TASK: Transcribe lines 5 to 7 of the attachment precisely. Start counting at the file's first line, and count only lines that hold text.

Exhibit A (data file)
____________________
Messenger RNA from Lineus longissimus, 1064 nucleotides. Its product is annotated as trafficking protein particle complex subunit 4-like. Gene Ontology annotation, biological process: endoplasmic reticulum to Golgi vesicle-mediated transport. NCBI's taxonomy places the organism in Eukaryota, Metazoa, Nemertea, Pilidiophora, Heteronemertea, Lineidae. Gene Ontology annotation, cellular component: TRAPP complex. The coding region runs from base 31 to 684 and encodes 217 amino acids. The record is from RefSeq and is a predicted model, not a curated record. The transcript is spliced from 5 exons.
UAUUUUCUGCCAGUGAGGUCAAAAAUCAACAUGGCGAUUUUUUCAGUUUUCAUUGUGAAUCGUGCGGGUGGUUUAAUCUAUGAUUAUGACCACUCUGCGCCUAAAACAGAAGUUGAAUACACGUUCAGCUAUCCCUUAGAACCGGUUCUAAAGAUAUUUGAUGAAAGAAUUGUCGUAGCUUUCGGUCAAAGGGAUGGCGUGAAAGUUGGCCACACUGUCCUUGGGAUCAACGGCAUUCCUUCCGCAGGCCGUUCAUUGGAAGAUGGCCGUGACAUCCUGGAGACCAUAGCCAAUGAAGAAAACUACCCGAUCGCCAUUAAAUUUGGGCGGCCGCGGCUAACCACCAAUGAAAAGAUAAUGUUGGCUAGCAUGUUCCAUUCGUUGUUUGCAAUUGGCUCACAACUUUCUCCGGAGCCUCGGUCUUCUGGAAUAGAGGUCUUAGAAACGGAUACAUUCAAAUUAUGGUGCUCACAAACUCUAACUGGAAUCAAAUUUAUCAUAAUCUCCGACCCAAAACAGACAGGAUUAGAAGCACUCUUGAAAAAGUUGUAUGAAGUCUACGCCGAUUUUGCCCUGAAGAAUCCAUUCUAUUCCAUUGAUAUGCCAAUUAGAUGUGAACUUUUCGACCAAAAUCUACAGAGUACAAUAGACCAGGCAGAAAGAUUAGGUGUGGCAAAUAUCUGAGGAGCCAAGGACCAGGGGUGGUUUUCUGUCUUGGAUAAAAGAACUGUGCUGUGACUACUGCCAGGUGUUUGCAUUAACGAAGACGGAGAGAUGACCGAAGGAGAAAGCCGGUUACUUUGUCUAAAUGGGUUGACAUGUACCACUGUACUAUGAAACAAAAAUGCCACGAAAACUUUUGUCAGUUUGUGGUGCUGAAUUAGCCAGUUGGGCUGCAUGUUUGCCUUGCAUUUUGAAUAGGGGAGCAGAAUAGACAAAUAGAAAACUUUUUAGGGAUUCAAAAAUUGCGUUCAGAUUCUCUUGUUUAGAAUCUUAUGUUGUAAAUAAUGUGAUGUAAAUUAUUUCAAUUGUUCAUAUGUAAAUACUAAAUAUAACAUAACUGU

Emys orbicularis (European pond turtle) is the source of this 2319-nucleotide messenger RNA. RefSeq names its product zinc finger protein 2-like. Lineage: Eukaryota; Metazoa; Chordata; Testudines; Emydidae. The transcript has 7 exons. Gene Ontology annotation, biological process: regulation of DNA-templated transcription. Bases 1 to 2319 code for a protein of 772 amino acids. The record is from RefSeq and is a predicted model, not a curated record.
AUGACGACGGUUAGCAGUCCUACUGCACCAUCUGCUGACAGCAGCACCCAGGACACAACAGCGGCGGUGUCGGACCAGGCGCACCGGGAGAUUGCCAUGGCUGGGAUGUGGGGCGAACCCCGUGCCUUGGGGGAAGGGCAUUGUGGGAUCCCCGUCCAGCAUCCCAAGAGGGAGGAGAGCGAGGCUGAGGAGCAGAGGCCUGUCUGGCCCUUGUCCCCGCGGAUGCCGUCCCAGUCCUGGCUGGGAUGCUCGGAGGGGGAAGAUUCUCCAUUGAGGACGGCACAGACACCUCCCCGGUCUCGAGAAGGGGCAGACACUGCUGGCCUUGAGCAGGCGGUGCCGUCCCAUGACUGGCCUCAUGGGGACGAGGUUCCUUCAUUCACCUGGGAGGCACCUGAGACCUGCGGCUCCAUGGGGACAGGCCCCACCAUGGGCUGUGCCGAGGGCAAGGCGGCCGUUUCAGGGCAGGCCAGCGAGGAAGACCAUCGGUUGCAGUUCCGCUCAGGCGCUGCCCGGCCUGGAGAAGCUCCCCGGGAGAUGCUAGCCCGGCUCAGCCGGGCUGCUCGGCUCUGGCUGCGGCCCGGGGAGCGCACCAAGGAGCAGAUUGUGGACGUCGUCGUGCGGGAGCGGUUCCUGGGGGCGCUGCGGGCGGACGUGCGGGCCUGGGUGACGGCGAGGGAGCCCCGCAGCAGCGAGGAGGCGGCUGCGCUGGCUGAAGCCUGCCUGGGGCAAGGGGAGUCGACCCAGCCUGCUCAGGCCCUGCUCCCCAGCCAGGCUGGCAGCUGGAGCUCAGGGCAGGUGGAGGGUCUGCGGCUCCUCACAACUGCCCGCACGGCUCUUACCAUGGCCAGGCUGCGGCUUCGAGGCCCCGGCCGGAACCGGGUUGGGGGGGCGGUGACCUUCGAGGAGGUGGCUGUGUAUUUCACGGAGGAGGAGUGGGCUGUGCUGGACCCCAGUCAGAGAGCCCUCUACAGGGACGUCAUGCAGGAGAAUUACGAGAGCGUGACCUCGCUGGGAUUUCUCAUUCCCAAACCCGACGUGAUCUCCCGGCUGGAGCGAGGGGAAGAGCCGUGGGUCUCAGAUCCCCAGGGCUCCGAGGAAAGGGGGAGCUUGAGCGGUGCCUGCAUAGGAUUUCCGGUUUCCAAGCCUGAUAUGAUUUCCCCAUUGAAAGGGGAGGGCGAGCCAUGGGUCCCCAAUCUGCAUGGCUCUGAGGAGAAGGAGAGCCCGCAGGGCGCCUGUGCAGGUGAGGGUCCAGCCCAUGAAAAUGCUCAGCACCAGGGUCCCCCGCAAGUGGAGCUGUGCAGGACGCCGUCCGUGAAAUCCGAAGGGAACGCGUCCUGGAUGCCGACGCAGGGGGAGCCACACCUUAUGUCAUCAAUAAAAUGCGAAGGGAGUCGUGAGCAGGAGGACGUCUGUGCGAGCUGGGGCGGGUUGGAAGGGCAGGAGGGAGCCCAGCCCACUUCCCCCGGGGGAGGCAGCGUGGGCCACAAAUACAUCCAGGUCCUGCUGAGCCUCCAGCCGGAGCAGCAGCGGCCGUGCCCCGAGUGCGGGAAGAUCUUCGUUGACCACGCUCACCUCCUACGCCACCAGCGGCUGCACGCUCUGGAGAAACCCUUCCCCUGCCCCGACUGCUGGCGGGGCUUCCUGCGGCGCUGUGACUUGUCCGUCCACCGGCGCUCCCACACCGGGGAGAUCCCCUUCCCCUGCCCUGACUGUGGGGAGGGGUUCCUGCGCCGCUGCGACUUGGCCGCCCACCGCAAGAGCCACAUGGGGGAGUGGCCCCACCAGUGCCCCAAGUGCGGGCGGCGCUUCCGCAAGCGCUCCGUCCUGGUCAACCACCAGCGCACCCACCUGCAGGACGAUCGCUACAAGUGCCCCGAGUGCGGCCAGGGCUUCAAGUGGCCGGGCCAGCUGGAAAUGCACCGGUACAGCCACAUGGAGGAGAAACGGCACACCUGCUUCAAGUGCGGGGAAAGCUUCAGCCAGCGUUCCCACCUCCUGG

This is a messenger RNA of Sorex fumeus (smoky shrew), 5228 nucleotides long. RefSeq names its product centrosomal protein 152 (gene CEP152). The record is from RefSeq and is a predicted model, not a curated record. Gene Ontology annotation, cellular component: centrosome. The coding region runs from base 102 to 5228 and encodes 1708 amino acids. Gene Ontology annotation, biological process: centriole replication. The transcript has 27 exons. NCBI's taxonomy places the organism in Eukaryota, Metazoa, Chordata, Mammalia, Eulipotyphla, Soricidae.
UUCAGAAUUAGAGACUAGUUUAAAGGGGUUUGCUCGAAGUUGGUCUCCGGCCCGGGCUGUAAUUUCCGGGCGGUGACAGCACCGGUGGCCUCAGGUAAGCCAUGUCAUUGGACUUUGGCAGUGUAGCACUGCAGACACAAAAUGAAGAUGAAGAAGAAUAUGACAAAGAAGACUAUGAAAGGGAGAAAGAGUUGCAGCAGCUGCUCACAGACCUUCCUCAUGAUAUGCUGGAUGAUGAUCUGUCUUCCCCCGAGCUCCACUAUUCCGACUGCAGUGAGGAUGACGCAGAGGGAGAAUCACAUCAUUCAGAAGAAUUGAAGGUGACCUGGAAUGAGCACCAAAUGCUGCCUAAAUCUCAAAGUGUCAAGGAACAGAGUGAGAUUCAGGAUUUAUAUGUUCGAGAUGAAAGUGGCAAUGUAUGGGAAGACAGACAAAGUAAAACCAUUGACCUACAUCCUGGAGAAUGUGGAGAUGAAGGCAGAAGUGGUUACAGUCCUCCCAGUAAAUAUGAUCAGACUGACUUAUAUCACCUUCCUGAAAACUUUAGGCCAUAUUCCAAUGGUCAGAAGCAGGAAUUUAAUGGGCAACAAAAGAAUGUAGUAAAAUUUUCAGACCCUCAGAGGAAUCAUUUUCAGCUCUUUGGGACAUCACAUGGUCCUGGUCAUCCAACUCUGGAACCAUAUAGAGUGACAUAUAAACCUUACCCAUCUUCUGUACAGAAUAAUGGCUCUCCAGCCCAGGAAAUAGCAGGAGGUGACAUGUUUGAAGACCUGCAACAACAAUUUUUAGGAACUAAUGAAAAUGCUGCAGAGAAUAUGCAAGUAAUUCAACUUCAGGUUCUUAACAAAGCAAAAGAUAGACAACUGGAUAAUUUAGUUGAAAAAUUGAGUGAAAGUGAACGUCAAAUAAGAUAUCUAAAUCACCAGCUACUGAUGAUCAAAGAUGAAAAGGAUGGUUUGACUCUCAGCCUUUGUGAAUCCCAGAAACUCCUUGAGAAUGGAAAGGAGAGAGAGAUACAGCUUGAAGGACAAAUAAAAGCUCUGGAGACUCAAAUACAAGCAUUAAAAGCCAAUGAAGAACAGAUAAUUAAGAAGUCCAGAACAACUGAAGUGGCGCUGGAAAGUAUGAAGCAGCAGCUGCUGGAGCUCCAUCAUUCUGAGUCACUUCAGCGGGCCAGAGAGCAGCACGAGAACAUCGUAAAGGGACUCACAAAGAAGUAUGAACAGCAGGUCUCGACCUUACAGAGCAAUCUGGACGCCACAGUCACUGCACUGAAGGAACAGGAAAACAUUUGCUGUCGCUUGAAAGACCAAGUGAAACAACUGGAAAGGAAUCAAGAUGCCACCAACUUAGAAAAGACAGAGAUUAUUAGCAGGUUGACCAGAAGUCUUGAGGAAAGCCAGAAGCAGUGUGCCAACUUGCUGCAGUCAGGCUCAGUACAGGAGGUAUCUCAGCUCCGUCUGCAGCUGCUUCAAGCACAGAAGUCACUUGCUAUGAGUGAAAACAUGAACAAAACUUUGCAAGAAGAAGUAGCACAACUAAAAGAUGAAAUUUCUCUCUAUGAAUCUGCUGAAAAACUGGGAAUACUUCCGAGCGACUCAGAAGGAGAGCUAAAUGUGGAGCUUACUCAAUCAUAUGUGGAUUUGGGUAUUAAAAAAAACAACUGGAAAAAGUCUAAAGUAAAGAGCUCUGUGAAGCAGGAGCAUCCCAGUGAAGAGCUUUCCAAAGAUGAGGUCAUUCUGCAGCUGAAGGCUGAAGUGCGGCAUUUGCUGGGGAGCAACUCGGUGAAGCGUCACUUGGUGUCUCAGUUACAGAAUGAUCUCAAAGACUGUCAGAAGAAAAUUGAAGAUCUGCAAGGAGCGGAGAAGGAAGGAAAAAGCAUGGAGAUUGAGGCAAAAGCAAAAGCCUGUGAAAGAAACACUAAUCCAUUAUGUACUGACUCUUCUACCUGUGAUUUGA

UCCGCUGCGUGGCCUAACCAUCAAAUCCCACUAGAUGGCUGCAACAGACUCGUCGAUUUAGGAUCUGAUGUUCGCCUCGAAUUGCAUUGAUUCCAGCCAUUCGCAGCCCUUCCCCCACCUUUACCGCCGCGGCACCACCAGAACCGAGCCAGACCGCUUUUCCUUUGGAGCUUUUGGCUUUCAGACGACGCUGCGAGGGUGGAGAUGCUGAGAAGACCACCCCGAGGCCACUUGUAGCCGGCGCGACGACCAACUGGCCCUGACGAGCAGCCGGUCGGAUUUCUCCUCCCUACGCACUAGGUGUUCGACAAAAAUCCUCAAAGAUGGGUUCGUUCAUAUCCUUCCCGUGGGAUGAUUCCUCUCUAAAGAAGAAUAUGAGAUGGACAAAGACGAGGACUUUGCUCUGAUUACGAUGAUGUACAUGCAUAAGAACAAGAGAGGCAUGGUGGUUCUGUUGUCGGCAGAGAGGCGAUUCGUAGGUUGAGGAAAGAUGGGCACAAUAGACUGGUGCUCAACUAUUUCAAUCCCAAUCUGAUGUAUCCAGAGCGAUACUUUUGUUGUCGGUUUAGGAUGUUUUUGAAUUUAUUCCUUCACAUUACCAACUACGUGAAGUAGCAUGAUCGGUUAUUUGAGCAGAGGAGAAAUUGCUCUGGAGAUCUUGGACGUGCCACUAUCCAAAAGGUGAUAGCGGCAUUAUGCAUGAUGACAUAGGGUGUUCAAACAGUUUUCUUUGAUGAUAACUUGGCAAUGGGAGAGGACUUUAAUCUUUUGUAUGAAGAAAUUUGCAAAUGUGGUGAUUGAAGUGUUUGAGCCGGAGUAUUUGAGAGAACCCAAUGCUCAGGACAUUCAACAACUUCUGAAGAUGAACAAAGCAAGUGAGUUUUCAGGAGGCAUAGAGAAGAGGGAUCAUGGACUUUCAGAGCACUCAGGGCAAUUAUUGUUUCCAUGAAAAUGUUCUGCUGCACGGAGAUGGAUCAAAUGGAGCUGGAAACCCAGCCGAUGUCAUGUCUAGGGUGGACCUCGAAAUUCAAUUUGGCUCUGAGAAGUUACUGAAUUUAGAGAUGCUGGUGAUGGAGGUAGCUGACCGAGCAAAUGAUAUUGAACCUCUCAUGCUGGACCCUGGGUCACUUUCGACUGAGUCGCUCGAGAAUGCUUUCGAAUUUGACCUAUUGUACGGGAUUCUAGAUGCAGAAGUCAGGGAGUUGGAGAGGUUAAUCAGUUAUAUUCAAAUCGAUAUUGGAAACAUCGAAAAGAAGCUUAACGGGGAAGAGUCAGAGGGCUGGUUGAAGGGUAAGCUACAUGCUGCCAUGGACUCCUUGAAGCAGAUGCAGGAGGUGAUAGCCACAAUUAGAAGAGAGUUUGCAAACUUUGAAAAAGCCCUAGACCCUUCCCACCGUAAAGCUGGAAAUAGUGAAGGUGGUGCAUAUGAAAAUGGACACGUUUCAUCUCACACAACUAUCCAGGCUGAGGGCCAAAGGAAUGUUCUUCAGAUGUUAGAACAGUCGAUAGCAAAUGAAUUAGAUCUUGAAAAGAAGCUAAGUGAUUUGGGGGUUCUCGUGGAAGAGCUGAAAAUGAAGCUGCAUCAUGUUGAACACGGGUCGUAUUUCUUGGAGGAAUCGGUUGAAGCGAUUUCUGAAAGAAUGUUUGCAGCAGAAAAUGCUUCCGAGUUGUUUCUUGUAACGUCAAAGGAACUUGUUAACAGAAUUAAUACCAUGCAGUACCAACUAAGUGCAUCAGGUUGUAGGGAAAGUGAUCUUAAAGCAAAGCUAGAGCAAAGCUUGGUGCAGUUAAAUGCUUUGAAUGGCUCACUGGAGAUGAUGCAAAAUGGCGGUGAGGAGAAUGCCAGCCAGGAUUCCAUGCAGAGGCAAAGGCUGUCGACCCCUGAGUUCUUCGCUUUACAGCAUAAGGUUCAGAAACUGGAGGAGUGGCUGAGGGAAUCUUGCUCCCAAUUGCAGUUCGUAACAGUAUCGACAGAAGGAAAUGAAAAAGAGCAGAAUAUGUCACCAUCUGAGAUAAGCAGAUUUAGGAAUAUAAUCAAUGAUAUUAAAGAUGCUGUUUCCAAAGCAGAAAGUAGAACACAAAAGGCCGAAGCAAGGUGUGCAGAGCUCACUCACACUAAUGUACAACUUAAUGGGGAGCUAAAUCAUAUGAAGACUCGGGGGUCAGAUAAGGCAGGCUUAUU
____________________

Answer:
This is a messenger RNA of Sorex fumeus (smoky shrew), 5228 nucleotides long. RefSeq names its product centrosomal protein 152 (gene CEP152). The record is from RefSeq and is a predicted model, not a curated record. Gene Ontology annotation, cellular component: centrosome. The coding region runs from base 102 to 5228 and encodes 1708 amino acids. Gene Ontology annotation, biological process: centriole replication. The transcript has 27 exons. NCBI's taxonomy places the organism in Eukaryota, Metazoa, Chordata, Mammalia, Eulipotyphla, Soricidae.
UUCAGAAUUAGAGACUAGUUUAAAGGGGUUUGCUCGAAGUUGGUCUCCGGCCCGGGCUGUAAUUUCCGGGCGGUGACAGCACCGGUGGCCUCAGGUAAGCCAUGUCAUUGGACUUUGGCAGUGUAGCACUGCAGACACAAAAUGAAGAUGAAGAAGAAUAUGACAAAGAAGACUAUGAAAGGGAGAAAGAGUUGCAGCAGCUGCUCACAGACCUUCCUCAUGAUAUGCUGGAUGAUGAUCUGUCUUCCCCCGAGCUCCACUAUUCCGACUGCAGUGAGGAUGACGCAGAGGGAGAAUCACAUCAUUCAGAAGAAUUGAAGGUGACCUGGAAUGAGCACCAAAUGCUGCCUAAAUCUCAAAGUGUCAAGGAACAGAGUGAGAUUCAGGAUUUAUAUGUUCGAGAUGAAAGUGGCAAUGUAUGGGAAGACAGACAAAGUAAAACCAUUGACCUACAUCCUGGAGAAUGUGGAGAUGAAGGCAGAAGUGGUUACAGUCCUCCCAGUAAAUAUGAUCAGACUGACUUAUAUCACCUUCCUGAAAACUUUAGGCCAUAUUCCAAUGGUCAGAAGCAGGAAUUUAAUGGGCAACAAAAGAAUGUAGUAAAAUUUUCAGACCCUCAGAGGAAUCAUUUUCAGCUCUUUGGGACAUCACAUGGUCCUGGUCAUCCAACUCUGGAACCAUAUAGAGUGACAUAUAAACCUUACCCAUCUUCUGUACAGAAUAAUGGCUCUCCAGCCCAGGAAAUAGCAGGAGGUGACAUGUUUGAAGACCUGCAACAACAAUUUUUAGGAACUAAUGAAAAUGCUGCAGAGAAUAUGCAAGUAAUUCAACUUCAGGUUCUUAACAAAGCAAAAGAUAGACAACUGGAUAAUUUAGUUGAAAAAUUGAGUGAAAGUGAACGUCAAAUAAGAUAUCUAAAUCACCAGCUACUGAUGAUCAAAGAUGAAAAGGAUGGUUUGACUCUCAGCCUUUGUGAAUCCCAGAAACUCCUUGAGAAUGGAAAGGAGAGAGAGAUACAGCUUGAAGGACAAAUAAAAGCUCUGGAGACUCAAAUACAAGCAUUAAAAGCCAAUGAAGAACAGAUAAUUAAGAAGUCCAGAACAACUGAAGUGGCGCUGGAAAGUAUGAAGCAGCAGCUGCUGGAGCUCCAUCAUUCUGAGUCACUUCAGCGGGCCAGAGAGCAGCACGAGAACAUCGUAAAGGGACUCACAAAGAAGUAUGAACAGCAGGUCUCGACCUUACAGAGCAAUCUGGACGCCACAGUCACUGCACUGAAGGAACAGGAAAACAUUUGCUGUCGCUUGAAAGACCAAGUGAAACAACUGGAAAGGAAUCAAGAUGCCACCAACUUAGAAAAGACAGAGAUUAUUAGCAGGUUGACCAGAAGUCUUGAGGAAAGCCAGAAGCAGUGUGCCAACUUGCUGCAGUCAGGCUCAGUACAGGAGGUAUCUCAGCUCCGUCUGCAGCUGCUUCAAGCACAGAAGUCACUUGCUAUGAGUGAAAACAUGAACAAAACUUUGCAAGAAGAAGUAGCACAACUAAAAGAUGAAAUUUCUCUCUAUGAAUCUGCUGAAAAACUGGGAAUACUUCCGAGCGACUCAGAAGGAGAGCUAAAUGUGGAGCUUACUCAAUCAUAUGUGGAUUUGGGUAUUAAAAAAAACAACUGGAAAAAGUCUAAAGUAAAGAGCUCUGUGAAGCAGGAGCAUCCCAGUGAAGAGCUUUCCAAAGAUGAGGUCAUUCUGCAGCUGAAGGCUGAAGUGCGGCAUUUGCUGGGGAGCAACUCGGUGAAGCGUCACUUGGUGUCUCAGUUACAGAAUGAUCUCAAAGACUGUCAGAAGAAAAUUGAAGAUCUGCAAGGAGCGGAGAAGGAAGGAAAAAGCAUGGAGAUUGAGGCAAAAGCAAAAGCCUGUGAAAGAAACACUAAUCCAUUAUGUACUGACUCUUCUACCUGUGAUUUGA

UCCGCUGCGUGGCCUAACCAUCAAAUCCCACUAGAUGGCUGCAACAGACUCGUCGAUUUAGGAUCUGAUGUUCGCCUCGAAUUGCAUUGAUUCCAGCCAUUCGCAGCCCUUCCCCCACCUUUACCGCCGCGGCACCACCAGAACCGAGCCAGACCGCUUUUCCUUUGGAGCUUUUGGCUUUCAGACGACGCUGCGAGGGUGGAGAUGCUGAGAAGACCACCCCGAGGCCACUUGUAGCCGGCGCGACGACCAACUGGCCCUGACGAGCAGCCGGUCGGAUUUCUCCUCCCUACGCACUAGGUGUUCGACAAAAAUCCUCAAAGAUGGGUUCGUUCAUAUCCUUCCCGUGGGAUGAUUCCUCUCUAAAGAAGAAUAUGAGAUGGACAAAGACGAGGACUUUGCUCUGAUUACGAUGAUGUACAUGCAUAAGAACAAGAGAGGCAUGGUGGUUCUGUUGUCGGCAGAGAGGCGAUUCGUAGGUUGAGGAAAGAUGGGCACAAUAGACUGGUGCUCAACUAUUUCAAUCCCAAUCUGAUGUAUCCAGAGCGAUACUUUUGUUGUCGGUUUAGGAUGUUUUUGAAUUUAUUCCUUCACAUUACCAACUACGUGAAGUAGCAUGAUCGGUUAUUUGAGCAGAGGAGAAAUUGCUCUGGAGAUCUUGGACGUGCCACUAUCCAAAAGGUGAUAGCGGCAUUAUGCAUGAUGACAUAGGGUGUUCAAACAGUUUUCUUUGAUGAUAACUUGGCAAUGGGAGAGGACUUUAAUCUUUUGUAUGAAGAAAUUUGCAAAUGUGGUGAUUGAAGUGUUUGAGCCGGAGUAUUUGAGAGAACCCAAUGCUCAGGACAUUCAACAACUUCUGAAGAUGAACAAAGCAAGUGAGUUUUCAGGAGGCAUAGAGAAGAGGGAUCAUGGACUUUCAGAGCACUCAGGGCAAUUAUUGUUUCCAUGAAAAUGUUCUGCUGCACGGAGAUGGAUCAAAUGGAGCUGGAAACCCAGCCGAUGUCAUGUCUAGGGUGGACCUCGAAAUUCAAUUUGGCUCUGAGAAGUUACUGAAUUUAGAGAUGCUGGUGAUGGAGGUAGCUGACCGAGCAAAUGAUAUUGAACCUCUCAUGCUGGACCCUGGGUCACUUUCGACUGAGUCGCUCGAGAAUGCUUUCGAAUUUGACCUAUUGUACGGGAUUCUAGAUGCAGAAGUCAGGGAGUUGGAGAGGUUAAUCAGUUAUAUUCAAAUCGAUAUUGGAAACAUCGAAAAGAAGCUUAACGGGGAAGAGUCAGAGGGCUGGUUGAAGGGUAAGCUACAUGCUGCCAUGGACUCCUUGAAGCAGAUGCAGGAGGUGAUAGCCACAAUUAGAAGAGAGUUUGCAAACUUUGAAAAAGCCCUAGACCCUUCCCACCGUAAAGCUGGAAAUAGUGAAGGUGGUGCAUAUGAAAAUGGACACGUUUCAUCUCACACAACUAUCCAGGCUGAGGGCCAAAGGAAUGUUCUUCAGAUGUUAGAACAGUCGAUAGCAAAUGAAUUAGAUCUUGAAAAGAAGCUAAGUGAUUUGGGGGUUCUCGUGGAAGAGCUGAAAAUGAAGCUGCAUCAUGUUGAACACGGGUCGUAUUUCUUGGAGGAAUCGGUUGAAGCGAUUUCUGAAAGAAUGUUUGCAGCAGAAAAUGCUUCCGAGUUGUUUCUUGUAACGUCAAAGGAACUUGUUAACAGAAUUAAUACCAUGCAGUACCAACUAAGUGCAUCAGGUUGUAGGGAAAGUGAUCUUAAAGCAAAGCUAGAGCAAAGCUUGGUGCAGUUAAAUGCUUUGAAUGGCUCACUGGAGAUGAUGCAAAAUGGCGGUGAGGAGAAUGCCAGCCAGGAUUCCAUGCAGAGGCAAAGGCUGUCGACCCCUGAGUUCUUCGCUUUACAGCAUAAGGUUCAGAAACUGGAGGAGUGGCUGAGGGAAUCUUGCUCCCAAUUGCAGUUCGUAACAGUAUCGACAGAAGGAAAUGAAAAAGAGCAGAAUAUGUCACCAUCUGAGAUAAGCAGAUUUAGGAAUAUAAUCAAUGAUAUUAAAGAUGCUGUUUCCAAAGCAGAAAGUAGAACACAAAAGGCCGAAGCAAGGUGUGCAGAGCUCACUCACACUAAUGUACAACUUAAUGGGGAGCUAAAUCAUAUGAAGACUCGGGGGUCAGAUAAGGCAGGCUUAUU